Three changes, big results
Even if you have a finely tuned menu selection and friendly staff, a number of factors beyond your food and service are responsible for bringing your guests back—and whether or not they spread the word about you. Upserve recently shared some tips that can help you boost business. For one, design your menu with the knowledge that your guests will spend just 109 seconds or less reading it. In that time frame, you must connect your guests with your brand and ensure you have steered them to the menu items you most want to sell. Pay attention to sweet spots including the upper-right-hand corner of your menu, as well as the first and last items you list, which tend to get the most attention. Using (but not overusing) shaded boxes, pull quotes and photos can help too—for instance, photographing one item on each menu page can help drive sales of those items by 30 percent, according to menu engineer Gregg Rapp. Second, mining your sales analytics to create menus that mesh with customer preferences can help you ensure you’re pricing your menu according to what the market will bear. If you’re going to put your technology dollars in one place, consider investing in software that will help you pull data from your business and adjust your menu accordingly. Finally, choose your décor colors carefully. While red is a color known for making people hungry, it can overpower (or come across as too obvious) if used as the predominant color in your restaurant. Mary Lakzy, a London-based creative director who advises foodservice clients about décor, suggests light, cool colors to make a room feel larger and more airy; dark, warm colors to give a space an intimate feel; and bold, primary colors to help encourage a faster turnover.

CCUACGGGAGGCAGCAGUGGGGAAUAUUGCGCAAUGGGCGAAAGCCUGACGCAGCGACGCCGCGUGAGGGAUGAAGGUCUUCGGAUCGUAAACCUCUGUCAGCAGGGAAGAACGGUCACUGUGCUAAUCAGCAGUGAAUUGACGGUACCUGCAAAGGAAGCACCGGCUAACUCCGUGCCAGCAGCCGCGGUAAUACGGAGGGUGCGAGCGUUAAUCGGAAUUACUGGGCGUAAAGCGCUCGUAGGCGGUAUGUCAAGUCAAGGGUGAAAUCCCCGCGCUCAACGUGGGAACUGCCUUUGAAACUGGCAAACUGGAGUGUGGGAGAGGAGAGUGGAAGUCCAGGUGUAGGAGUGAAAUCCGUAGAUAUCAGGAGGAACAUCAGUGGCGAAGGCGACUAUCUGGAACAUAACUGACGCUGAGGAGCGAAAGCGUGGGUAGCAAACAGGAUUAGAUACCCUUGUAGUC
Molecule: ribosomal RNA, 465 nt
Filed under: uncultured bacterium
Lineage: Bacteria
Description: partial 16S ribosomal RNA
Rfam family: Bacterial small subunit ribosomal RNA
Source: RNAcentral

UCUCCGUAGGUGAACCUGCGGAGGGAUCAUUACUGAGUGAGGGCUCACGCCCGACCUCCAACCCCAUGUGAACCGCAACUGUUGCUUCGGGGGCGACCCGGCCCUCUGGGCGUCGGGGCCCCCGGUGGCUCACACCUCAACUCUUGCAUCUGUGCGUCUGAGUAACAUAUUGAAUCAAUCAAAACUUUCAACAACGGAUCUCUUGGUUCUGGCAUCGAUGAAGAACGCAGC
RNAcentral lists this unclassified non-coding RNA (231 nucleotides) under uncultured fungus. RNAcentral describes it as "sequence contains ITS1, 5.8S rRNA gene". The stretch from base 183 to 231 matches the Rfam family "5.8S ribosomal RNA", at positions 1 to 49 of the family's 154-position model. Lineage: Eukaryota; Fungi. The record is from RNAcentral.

Where’s the tipping point?
Tipping in restaurants—and whether or not to discontinue to practice—has been in the news for months as restaurant operators struggle to find ways to level the playing field between front- and back-of-house staff. A new report from Eater introduces an additional perspective: Data about tipping clearly shows that the practice encourages racism and exploitation, both from guests and servers. For example, Eater analyzed date from the U.S. Census and Bureau of Labor Statistics and found that from 2010 to 2016, the median estimated hourly tip for white servers and bartenders was $7.06; for black servers it was $5.58 and for Asians it was $4.47. The practice of tipping draws out the biases of servers as well. Zachary Brewster, a sociology professor at Wayne State University and the author of several studies about racial profiling in restaurants, said his research has found that it is more common for servers to provide slower service to black guests or to try to avoid serving them altogether because of preconceived notions about how much those tables are likely to tip. A survey of restaurant employees that Brewster conducted in 2012 found that respondents admitted to providing different levels of service based on race, or witnessing other servers do so. Of course, these stereotypes can also set in motion a self-fulfilling cycle that affects the service restaurant workers provide and, as a result, the tips they receive.
When visitors bring unwelcome germs
What visitors are passing through your kitchen? Inspectors, electricians, children, sales representatives, delivery personnel—all of them can introduce bacteria to your food and work surfaces. Make sure you take the necessary precautions before and after visitors come through to protect any food you have out and to clean and sanitize surfaces before any food preparation resumes after a visitor has left.